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Gilbert Rose, local high school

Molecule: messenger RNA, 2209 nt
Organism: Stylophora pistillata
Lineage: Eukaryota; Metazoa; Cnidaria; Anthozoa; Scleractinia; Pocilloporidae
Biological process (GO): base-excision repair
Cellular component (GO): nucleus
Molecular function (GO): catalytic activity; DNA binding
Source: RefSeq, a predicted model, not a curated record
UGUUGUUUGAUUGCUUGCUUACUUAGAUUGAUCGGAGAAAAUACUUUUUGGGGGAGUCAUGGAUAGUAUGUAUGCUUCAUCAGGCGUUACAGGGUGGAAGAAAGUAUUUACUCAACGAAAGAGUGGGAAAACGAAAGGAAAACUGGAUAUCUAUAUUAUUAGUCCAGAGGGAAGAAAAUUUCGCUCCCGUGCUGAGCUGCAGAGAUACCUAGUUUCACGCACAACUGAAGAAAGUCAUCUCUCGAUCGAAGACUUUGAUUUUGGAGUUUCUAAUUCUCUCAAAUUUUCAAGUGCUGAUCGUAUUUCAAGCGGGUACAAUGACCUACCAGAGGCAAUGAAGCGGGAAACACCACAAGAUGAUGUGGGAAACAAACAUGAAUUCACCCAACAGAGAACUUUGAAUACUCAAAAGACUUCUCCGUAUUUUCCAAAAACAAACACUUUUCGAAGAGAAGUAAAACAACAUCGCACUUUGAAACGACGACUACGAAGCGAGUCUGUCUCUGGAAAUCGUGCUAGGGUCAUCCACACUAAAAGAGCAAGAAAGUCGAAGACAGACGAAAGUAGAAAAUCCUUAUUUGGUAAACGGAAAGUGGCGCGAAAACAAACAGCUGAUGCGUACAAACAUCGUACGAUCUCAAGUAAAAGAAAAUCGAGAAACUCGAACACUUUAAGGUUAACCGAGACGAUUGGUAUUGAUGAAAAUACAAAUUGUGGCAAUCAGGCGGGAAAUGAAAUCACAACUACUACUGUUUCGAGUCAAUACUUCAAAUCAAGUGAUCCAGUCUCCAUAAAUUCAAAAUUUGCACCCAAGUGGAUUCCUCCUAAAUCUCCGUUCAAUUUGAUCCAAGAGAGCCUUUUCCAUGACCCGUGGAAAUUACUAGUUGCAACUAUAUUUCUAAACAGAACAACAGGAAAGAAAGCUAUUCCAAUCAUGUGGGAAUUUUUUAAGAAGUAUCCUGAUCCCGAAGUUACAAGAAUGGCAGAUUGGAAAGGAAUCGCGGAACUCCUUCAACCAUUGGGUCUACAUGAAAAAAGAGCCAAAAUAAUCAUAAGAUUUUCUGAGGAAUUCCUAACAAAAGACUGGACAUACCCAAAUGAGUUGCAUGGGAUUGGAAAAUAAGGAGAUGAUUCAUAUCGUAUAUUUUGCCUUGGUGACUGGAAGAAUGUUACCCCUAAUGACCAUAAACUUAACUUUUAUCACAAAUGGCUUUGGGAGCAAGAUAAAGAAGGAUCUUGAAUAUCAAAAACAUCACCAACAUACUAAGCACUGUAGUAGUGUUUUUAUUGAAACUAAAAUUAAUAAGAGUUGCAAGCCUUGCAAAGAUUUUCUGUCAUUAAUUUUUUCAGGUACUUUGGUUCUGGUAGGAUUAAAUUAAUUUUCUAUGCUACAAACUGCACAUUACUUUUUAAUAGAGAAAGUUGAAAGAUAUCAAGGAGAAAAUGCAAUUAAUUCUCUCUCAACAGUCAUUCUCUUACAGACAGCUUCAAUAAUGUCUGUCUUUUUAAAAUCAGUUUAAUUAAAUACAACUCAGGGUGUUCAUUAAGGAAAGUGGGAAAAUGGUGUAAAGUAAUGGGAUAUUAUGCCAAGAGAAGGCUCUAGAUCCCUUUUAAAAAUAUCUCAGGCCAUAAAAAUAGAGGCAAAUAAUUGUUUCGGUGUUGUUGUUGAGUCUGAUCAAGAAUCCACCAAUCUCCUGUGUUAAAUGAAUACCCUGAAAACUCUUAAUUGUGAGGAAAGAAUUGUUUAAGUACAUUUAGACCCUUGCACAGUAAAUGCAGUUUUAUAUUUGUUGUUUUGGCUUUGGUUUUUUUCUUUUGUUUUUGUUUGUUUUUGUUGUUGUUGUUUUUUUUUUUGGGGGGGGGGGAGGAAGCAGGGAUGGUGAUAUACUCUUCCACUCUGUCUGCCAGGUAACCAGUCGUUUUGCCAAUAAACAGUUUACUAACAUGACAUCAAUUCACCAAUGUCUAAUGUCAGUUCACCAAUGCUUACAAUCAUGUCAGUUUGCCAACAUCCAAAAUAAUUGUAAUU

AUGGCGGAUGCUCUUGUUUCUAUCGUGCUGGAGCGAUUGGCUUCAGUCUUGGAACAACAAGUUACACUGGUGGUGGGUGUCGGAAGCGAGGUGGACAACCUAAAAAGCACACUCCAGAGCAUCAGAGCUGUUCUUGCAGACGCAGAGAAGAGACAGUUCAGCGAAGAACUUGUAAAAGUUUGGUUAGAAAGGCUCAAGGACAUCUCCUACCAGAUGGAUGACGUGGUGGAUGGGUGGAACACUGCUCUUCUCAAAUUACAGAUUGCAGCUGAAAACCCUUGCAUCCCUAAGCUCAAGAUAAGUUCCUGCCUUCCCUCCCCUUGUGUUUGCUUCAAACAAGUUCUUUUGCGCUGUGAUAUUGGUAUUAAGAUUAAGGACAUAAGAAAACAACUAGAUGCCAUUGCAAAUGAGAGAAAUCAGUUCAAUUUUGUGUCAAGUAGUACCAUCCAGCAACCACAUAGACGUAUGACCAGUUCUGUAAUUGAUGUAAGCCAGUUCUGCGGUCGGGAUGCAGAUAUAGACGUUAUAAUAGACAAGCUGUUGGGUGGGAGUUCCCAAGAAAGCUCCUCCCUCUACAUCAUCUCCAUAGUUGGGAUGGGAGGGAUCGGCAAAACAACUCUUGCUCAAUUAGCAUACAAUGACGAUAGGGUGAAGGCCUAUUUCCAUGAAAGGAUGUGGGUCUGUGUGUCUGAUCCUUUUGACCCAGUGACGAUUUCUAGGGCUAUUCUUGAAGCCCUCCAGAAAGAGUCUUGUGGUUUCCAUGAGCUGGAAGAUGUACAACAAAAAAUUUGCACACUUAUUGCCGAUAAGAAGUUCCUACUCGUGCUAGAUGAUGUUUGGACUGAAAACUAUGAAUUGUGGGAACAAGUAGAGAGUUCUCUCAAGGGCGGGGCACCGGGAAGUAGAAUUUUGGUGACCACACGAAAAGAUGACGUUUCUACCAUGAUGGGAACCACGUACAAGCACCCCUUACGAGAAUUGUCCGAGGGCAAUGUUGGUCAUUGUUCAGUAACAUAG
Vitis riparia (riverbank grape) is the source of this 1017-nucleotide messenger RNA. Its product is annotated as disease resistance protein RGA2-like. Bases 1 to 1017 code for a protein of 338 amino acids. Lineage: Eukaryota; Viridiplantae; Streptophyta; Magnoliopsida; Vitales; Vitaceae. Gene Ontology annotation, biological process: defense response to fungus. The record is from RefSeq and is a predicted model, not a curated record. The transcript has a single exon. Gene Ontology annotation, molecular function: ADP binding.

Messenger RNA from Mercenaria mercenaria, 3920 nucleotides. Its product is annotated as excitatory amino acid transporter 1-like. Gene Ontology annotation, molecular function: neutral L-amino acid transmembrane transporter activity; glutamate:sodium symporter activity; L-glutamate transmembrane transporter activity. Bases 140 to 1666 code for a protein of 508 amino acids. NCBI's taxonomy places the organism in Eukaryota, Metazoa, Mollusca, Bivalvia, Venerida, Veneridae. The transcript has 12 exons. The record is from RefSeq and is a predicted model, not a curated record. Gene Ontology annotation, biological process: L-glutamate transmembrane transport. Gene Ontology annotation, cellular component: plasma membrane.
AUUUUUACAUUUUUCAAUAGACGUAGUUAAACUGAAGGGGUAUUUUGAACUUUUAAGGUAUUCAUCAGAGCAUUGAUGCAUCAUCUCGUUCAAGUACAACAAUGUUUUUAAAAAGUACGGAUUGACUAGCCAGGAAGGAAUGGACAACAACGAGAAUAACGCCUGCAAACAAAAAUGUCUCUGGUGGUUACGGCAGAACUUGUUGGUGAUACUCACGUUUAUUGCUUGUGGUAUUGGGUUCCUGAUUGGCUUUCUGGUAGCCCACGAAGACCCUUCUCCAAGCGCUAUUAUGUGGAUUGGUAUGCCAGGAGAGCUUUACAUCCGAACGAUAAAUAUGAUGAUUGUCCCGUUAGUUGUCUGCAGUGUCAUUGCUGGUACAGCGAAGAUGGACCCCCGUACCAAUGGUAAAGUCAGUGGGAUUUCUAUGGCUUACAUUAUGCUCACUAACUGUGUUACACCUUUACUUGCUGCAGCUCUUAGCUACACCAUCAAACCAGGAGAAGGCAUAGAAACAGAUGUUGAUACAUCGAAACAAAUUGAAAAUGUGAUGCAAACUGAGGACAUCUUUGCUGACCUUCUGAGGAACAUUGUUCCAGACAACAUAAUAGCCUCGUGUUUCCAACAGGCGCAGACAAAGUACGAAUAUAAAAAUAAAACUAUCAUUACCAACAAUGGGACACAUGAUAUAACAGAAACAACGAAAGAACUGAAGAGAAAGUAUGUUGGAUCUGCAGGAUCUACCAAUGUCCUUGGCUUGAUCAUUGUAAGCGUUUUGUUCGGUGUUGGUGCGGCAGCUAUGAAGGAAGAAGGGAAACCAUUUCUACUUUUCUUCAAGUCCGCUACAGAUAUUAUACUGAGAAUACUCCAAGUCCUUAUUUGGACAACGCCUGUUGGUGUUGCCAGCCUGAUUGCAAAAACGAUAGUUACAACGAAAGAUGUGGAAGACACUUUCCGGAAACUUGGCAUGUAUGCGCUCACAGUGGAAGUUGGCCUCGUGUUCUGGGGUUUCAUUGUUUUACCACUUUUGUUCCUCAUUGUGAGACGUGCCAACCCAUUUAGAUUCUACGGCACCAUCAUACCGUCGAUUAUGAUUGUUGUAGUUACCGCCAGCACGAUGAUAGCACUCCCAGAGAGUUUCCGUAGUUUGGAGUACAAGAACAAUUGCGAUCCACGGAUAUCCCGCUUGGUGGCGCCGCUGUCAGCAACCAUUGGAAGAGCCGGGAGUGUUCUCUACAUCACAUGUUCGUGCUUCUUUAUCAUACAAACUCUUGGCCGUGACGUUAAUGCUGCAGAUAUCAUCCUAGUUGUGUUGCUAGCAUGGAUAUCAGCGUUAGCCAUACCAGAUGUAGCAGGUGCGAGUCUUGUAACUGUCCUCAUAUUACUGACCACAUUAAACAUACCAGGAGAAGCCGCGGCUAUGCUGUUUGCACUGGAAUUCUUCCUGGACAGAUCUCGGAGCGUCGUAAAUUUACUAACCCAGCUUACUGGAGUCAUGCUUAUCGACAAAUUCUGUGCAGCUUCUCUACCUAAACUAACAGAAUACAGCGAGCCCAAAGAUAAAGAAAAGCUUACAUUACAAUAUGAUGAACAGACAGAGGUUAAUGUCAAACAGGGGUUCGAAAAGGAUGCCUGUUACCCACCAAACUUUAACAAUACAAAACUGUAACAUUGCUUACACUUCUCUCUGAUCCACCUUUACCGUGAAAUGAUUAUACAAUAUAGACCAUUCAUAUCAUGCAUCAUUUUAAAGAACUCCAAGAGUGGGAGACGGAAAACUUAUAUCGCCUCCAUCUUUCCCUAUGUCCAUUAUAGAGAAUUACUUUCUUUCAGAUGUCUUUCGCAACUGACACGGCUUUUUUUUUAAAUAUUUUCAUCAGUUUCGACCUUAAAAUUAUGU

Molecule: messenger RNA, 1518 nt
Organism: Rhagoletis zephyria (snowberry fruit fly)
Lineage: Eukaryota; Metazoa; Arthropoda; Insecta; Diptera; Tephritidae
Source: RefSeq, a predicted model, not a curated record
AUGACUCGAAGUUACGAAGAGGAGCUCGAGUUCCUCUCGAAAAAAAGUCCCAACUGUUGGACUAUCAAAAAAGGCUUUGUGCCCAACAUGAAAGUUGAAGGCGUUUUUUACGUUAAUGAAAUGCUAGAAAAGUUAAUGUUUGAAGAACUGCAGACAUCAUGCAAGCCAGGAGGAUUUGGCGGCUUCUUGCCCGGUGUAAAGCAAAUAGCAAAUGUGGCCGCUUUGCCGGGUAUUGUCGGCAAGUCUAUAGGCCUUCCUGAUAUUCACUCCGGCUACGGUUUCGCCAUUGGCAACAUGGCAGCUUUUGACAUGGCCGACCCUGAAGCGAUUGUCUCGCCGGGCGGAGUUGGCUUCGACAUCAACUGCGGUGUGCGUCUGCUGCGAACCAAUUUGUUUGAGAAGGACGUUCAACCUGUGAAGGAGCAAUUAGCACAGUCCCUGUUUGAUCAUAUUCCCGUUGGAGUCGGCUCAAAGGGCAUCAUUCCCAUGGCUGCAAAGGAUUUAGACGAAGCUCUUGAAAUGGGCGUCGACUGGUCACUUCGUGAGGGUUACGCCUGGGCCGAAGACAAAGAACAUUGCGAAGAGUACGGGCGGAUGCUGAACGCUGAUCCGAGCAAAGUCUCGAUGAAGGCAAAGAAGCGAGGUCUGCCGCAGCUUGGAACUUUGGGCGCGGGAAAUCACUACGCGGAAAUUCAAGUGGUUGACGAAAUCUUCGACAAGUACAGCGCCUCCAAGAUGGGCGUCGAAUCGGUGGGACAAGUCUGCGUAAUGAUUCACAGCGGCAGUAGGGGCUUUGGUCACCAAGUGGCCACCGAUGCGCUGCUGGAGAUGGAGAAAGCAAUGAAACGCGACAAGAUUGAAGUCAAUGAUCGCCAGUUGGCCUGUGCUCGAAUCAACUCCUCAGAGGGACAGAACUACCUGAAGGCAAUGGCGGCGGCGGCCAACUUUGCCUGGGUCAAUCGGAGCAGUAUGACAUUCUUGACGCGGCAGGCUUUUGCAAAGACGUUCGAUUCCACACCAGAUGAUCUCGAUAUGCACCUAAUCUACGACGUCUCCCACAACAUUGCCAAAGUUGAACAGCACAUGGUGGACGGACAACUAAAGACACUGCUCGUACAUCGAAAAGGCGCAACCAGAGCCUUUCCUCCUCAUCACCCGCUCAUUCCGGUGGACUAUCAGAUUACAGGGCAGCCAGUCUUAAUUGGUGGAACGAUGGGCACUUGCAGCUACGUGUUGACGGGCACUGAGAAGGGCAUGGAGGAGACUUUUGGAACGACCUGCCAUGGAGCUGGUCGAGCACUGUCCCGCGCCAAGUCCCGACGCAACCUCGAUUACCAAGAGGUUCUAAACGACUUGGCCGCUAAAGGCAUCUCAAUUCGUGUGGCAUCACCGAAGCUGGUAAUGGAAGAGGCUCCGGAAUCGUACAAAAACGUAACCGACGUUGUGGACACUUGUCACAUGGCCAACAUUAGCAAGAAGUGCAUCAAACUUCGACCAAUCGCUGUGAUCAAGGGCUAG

teacher from Illinois, handed me a clipping from his home town paper. It said that a German who lives in a German settlement near his home town received a letter from a friend in the Nazi country. The letter went on to state how well the people were living, how well they were faring in spite of the war. At the end, the writer made special mention of the stamp, ask ing the receiver to be sure to place it in his collection. The re cipient was not a stamp collector; so he wondered. Finally out of cu riosity he steamed the stamp from the envelope. Under it, in a very fine but legible hand, was written “We are starving.” —o— Allie Wood tells this one: A local man was turkey hunting. He had flushed the flock, built his blind, and waited his wait, giving an oc casional gobble on his gobbler. Fi nally his effort were rewarded. There a few yards away stood the prize of prize he-turkeys. The man calmly, with his gun stock resting on his knee, raised his caller, point ed it at the unsuspecting fowl and pulled the trigger of his trusty gun, shooting straight into the heavens. I sometimes wonder a bit at my self—about something even my best friends wouldn’t tell me. For it’s only, in the majority of cases, the women who ever hand me a com pliment on the efforts contained herein. —o— The bird season is on and I am off, as usual. -—o— Santa Claus letters will soon be in order; but I do not believe that I will waste the effort this year. I didn’t get the things I asked for last year. But I suppose if one doesn’t succeed, he should try and try again. —o— There is a barber in town who does a bit of hunting now and then—for turkey mostly. And the pleasure he evidently gets from the hunts is something to marvel at. It would be my guess that there are many in the city who have more in a material way that are out of the picture when it comes to real living. And there are many of us who would give a lot to be able to paint word pictures of his hunts as he can and does. He’s got something there. Johnny Bennett, who is now somewhere in South America and who has known some Germans rather intimately in his meandering about the world, tells his father that the Germans are good people but have to look for leadership in someone else. —o— Ralph Knight, head of the indus trial arts department of the high school, began his teaching career in Puerto Rico. He went down to take a job teaching English and arts without knowing a word of the Puerto Rican tongue, Spanish. Needless to say he mastered the Rhumba language and stayed a mong the people there for two and a half years. The war called him home. Just between you and me, I believe that he still has a soft spot in his heart for the “manana” country. IX MEMORIAM In memory of George E. Barnes, Who died Nov. 25, 1938. Just one year ago today, When they laid you away, We tried so hard to be< brave, As you were lowered in the grave. But this was very hard to do, When we were parted from you. We have missed thoe, And hope that we May meet again some day In that peaceful home far away. Nephew and Wife, Mr. and Mrs. Lewis Little. 5 Franklin - House Miss Frances Winifred House be came the bride of Benjamin Peter Franklin on Thanksgiving Day, in a late afternoon ceremony- marked by simplicity and charm. The vows were spoken at half after four o’clock in the Weldon Baptist Church, with the Rev. Richard S. Fountain, pastor of the church, officiating. Cathedral tapers in seven branch ed standards cast a soft glow over the wedding scene and floor bas kets of giant white chrysanthe mums placed at intervals complet ed the lovely decorations. A proram of nuptial music was presented by Greigg Fountain, or ganist, and Mrs. Sterling B. Pierce, soloist. Mr. Fountain played “To An Evening Star” by Tannhauser, "Ave Maria”, by Franz Scheubert and “Liebestraum” by Liszt and accompanied*Mrs. Pierce who sang “When I Have Sung My Songs”, and “O Promise Me”. Wagner’s Bridal Chorus from the opera Lo hengrin was used as the proces Make this a year of PRACTICAL GIFTS, and select yolirs EARLY — at COBURNS. We have a special Holiday stock of Gift Goods for practically every member of the family. You’ll find prices low, and selections complete, so choose your Gifts this Week-End! CHENEY TIES in New Patterns for Christmas. Priced only STETSON HATS A Gift any man can use. Priced only - COPLAN TIES in Smart Silk and Wool. jP #| Special for Gifts, at - 3 VC Interwoven Sox Large assortment of QP patterns. As low as - Ovv BEDROOM SLIPPERS 97c to 2.98 Large Showing of Styles for Men and Women!__ « VITALITIES REDUCED! One assortment At Q d> M OP of several styles'? Ji ^ nt '?ili to Close Out for ** M-* m h GOOD DRESS SHOES for Men and Women. Ideal 1% A A Christmas Gifts. Only - - y iiavO Rorsheim and Nunn-Bush Shoes for Men! LADIES SILK HOSE 48c Full-Fashioned, Pure-Thread Silk. On Sale - • Bershire and Kayser Hose . . . 68c to $1. COBURN’S sional, McDowell’s “To A Wild Rose” was softly played during the ceremony, and Mendelssohn’s Wed ding March was used as the re cessional. Ushers for the ceremony were J. O. Lawson of South Boston, Er nest Franklin of Danville, brother of the bridegroom, and George My ers of Danville, Va. Miss Frances King, of Weldon, as maid of honor, was the bride’s only attendant. She wore an after noon dress of plum crepe with matching accessories and her flow ers were pink roses arid valley lilies. The bride, who was given in mar riage by her father, was lovely in a street dress of grotto blue faille crepe. Her black felt hat was trim med with skunk and her other ac cessories matched her hat.. Her becoming costume was completed with a shoulder spray of gardenias. She was met at the altar by the bridegroom attended by James Powell of Danville, Va., as best man. Immediately after the ceremony Mr. and Mrs. Howard V. Bounds entertained at an informal recep tion for the bridal party and out of town guests. Miss Frances King received at the door and Miss Katherine Pierce, Mrs. E. G. Clark and Mrs. Sterling B. Pierce assisted in en tertaining and serving. Later in the evening the couple left for a wedding trip, the bride adding a coat of black cloth with skunk trimming for traveling. Mrs. Franklin is the only daugh ter of Mr. and Mrs. Henry C. House of Weldon. She is a graduate of | Weldon High School and Stratford College, Danville, Va. Mr. Franklin is the son of Mr. and Mrs. A. C. Franklin of Dan ville, Va. He attended Hampton Sidney College and is now connect ed with the Liggett Myers Tobacco Co. in Lexington, Ky., where he and his bride will be at home. Among the out of town guests in Weldon for the wedding were Mr. and Mrs. A. C. Franklin, Mr. and Mrs. Culpepper, Misses Nancy May and Mary Ellen Culpepper, Mrs. George Myers, Mrs. James Powell, all of Danville, Va.; Mr. and Mrs. Julian Franklin of High Point, Mr. and Mrs. George Scoggins of Warrenton; Mr. and Mrs. J. A. House of Enfield; Mrs. John D. House, Miss Sue House, Miss Mary Jane House and Mrs. R. W. Hamill all of Thelma; Mrs. A. L. House of Washington, D. C.; and Mrs. Chas. Dixon of Winston-Salem. Miss House and Mr. Franklin were honored on the eve of their marriage following the rehearsal by Miss Frances King when she enter tained at a beautifully appointed buffet supper. The nuptial color scheme of green and white was effectively carried out in the decorations. The dining room was illuminated with candle light and the lace covered table was centered with a lovely ar rangement of white chrysanthe mums and fern in a silver bowl, flanked by white tapers in silver candelabra. A supper was served to the bridal party and a few intimate friends. IN MEMORIAM In memory of John Burgess, who died Nov. 28, 1939. God called you and He knew best, He sent for you to come and rest, Among His beautiful flowers up there, Of which He takes tender care. We missed you then and now, But we have tried somehow, To think a bud was needed, Although for you we pleaded. It was then we had to sigh, As we told you good-bye, But we will meet on that shore And shall be happy forevermore. Friends, Mr. and Mrs. Lewis Little CARD OF THANKS I wish to express my sincere thanks and appreciation to my many friends who were so kind in helpful deeds, comforting words and beautiful floral designs in my recent bereavement, the loss of my beloved husband; especially do I want to thank Dr. Stephenson and the hospital staff. Mrs. C. C. Langford. CARD OF THANKS We are glad to say that our daughter, Jewel, has been able to return to school after a period of llness in the Roanoke Rapids Hos pital. We appreciate and wish to thank the many friends, doctors and nurses for their kindness dur ing her illness. Mr. and Mrs. Jack Brigman.